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Illinois: Committee To Receive FOID Cost Increase Legislation

On May 21st, the Illinois state House of Representatives Rules Committee will hear House Amendment 1 to Senate Bill 1966 and send it to the Judiciary Committee for further consideration.  HA 1 to SB 1966 would impose various gun control schemes in Illinois, such as criminalizing private transfers and increasing the cost and red tape for a FOID card.  Please contact committee members and urge them to OPPOSE HA 1 to SB 1966.

House Amendment 1 to Senate Bill 1966, sponsored by Senator Julie Morrison (D-29), would:

  • Criminalize private transfers, with violations being punished as a Class 4 felony.
  • Require the recipient of a firearm gifted by a family member to call into Illinois State Police within 60 days to run a background check on themselves, even though they must already hold a FOID.
  • Allow for the indefinite delay of firearm transfers.  Currently, federal law allows a licensed firearm dealer (FFL) to release a firearm after three business days if they have not received any additional correspondence after receiving a “delay” when conducting the initial background check for a firearm transfer.  This safeguard prevents the potential shutdown of sales via endless delays and allows law-abiding individuals to take possession of a firearm in a timely manner.
  • Mandate FOID applicants submit fingerprints, including for renewals, which would not add anything of investigative value.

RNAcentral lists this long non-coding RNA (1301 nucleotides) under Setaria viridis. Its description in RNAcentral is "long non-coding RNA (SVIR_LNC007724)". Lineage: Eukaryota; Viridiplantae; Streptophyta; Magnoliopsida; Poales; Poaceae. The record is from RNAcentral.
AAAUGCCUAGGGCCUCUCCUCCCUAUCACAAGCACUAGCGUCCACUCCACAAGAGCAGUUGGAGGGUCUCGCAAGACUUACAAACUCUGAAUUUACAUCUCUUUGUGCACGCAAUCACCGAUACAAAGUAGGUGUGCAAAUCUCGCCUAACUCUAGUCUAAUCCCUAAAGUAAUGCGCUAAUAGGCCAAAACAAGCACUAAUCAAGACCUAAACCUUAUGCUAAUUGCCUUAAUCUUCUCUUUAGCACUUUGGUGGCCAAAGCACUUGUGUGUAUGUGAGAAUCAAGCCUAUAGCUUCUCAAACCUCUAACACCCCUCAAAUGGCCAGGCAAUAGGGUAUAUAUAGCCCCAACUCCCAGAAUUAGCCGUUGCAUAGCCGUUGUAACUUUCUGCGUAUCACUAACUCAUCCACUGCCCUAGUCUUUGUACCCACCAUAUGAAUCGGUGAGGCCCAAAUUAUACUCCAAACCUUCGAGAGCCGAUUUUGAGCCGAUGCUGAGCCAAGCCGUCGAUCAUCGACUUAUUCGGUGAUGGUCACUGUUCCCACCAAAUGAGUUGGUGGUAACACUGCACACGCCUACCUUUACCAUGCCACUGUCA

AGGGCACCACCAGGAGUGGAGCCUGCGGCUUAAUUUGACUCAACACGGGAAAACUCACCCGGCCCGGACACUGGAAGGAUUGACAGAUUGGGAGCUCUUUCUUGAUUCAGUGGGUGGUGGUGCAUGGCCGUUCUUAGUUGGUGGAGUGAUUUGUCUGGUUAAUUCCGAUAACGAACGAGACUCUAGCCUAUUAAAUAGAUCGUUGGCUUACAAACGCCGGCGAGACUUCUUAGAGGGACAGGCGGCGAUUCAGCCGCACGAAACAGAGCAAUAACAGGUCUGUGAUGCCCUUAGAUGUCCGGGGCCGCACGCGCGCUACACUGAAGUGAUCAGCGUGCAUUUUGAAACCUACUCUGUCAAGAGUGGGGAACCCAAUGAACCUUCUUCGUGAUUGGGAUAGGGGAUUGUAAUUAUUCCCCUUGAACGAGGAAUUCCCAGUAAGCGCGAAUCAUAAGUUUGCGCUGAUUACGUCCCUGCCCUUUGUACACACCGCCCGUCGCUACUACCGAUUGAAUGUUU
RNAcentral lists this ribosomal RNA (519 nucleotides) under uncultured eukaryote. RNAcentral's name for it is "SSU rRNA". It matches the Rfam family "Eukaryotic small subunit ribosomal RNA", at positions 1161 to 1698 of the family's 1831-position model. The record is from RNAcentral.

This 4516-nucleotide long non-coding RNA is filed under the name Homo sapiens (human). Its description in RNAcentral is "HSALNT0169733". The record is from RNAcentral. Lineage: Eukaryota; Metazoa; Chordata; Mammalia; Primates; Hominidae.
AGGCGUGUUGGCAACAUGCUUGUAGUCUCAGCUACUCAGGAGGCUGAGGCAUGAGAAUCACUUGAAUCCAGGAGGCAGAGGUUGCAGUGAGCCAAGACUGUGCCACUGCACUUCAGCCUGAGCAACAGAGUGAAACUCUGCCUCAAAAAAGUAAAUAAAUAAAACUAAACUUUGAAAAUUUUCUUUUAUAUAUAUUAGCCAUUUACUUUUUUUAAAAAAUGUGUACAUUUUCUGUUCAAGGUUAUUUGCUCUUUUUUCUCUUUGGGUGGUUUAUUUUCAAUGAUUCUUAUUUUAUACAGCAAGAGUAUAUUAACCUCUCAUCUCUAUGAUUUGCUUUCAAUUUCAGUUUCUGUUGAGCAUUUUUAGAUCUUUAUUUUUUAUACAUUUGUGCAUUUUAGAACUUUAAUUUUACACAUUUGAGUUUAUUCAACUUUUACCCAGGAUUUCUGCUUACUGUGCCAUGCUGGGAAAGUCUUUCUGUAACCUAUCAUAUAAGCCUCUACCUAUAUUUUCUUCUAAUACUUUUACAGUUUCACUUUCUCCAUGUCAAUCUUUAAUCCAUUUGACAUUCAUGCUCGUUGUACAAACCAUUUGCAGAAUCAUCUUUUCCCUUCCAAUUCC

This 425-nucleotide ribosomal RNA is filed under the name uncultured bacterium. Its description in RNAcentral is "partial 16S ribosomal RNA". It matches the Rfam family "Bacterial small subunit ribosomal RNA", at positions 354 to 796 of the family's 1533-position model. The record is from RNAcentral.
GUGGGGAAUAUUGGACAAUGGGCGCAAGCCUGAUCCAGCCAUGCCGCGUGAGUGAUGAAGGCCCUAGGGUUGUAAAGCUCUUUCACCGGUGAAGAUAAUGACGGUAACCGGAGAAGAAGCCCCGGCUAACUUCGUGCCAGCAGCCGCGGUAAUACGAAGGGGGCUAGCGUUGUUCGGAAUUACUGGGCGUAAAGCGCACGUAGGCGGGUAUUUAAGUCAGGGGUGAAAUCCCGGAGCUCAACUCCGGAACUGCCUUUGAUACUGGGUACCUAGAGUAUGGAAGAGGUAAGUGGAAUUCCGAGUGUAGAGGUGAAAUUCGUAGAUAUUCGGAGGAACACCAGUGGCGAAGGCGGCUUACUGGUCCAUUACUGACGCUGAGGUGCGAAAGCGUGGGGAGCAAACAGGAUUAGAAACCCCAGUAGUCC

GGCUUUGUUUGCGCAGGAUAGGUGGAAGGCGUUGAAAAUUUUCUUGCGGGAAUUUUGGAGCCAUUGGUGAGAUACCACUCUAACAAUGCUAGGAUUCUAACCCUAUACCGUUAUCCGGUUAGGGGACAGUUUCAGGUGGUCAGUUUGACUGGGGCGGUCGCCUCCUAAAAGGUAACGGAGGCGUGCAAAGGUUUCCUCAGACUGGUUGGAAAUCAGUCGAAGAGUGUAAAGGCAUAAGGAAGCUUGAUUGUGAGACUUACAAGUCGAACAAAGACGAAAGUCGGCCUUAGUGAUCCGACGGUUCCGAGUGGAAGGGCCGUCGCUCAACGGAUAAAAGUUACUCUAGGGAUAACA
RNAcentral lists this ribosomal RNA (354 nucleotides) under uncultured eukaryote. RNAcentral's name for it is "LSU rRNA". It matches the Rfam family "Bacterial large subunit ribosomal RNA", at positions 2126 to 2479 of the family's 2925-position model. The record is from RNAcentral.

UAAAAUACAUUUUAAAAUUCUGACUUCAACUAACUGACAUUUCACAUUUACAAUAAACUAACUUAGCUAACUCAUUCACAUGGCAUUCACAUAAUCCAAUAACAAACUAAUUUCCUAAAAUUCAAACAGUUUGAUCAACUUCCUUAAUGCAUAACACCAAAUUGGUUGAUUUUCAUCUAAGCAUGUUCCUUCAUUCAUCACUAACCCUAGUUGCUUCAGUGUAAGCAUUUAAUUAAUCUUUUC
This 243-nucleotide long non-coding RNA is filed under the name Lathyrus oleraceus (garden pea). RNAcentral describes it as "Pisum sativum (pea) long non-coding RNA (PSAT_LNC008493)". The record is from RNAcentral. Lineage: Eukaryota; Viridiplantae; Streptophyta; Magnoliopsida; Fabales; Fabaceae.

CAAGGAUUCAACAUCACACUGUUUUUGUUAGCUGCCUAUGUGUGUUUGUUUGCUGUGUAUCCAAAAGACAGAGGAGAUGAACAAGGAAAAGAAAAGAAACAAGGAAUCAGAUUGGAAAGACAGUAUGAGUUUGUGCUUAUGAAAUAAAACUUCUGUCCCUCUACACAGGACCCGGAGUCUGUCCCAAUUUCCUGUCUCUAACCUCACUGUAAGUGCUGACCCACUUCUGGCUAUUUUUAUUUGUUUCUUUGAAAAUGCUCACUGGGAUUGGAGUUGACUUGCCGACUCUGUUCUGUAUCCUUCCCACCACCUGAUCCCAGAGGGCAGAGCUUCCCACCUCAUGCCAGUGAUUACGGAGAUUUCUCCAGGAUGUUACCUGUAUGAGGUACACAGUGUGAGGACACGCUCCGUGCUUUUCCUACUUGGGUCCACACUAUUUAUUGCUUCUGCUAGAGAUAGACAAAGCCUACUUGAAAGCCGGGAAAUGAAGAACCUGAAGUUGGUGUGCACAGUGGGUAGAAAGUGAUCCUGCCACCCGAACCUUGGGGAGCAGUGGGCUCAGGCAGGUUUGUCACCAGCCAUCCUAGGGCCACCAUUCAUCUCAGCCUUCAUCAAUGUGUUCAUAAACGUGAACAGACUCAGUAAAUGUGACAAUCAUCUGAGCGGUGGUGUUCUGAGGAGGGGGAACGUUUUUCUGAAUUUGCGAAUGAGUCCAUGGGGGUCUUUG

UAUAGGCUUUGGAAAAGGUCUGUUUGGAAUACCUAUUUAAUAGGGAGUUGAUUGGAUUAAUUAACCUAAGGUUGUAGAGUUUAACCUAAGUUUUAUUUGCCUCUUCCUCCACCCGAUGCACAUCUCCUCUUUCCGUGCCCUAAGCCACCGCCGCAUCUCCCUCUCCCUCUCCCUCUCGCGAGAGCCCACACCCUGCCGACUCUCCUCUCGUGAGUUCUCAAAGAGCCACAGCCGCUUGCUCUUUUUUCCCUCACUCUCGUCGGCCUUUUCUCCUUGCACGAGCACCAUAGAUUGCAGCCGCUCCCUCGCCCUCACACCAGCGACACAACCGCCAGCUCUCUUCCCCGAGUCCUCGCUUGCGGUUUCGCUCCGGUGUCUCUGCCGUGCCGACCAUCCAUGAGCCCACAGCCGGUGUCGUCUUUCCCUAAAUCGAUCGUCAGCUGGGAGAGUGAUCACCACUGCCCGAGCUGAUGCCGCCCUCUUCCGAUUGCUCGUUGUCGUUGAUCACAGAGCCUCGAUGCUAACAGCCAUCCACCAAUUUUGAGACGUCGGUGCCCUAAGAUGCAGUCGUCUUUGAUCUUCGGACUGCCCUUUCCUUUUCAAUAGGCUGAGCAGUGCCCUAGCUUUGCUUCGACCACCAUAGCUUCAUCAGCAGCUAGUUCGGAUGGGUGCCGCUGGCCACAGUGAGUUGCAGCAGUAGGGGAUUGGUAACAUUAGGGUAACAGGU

• Increase FOID processing time from one calendar month to thirty business days, which can span more than six weeks.
  • Reduce the duration of the FOID from ten years to five.
  • Require FOID applicants pay all costs for fingerprinting and processing the background check, totaling around $200 with the application fee, which would quadruple the cost associated with obtaining and maintaining a FOID.
  • Allow courts to direct law-enforcement to seize firearms from those who have their FOID revoked.
  • Prohibit those with a revoked FOID from transferring firearms to someone in the same household, which would create confusion in determining the owner of the firearms and would take away the right to self-defense from individuals due to the alleged actions of someone else in their household.
  • Require the owner of the seized firearms to petition the court to have them transferred to a third party.​

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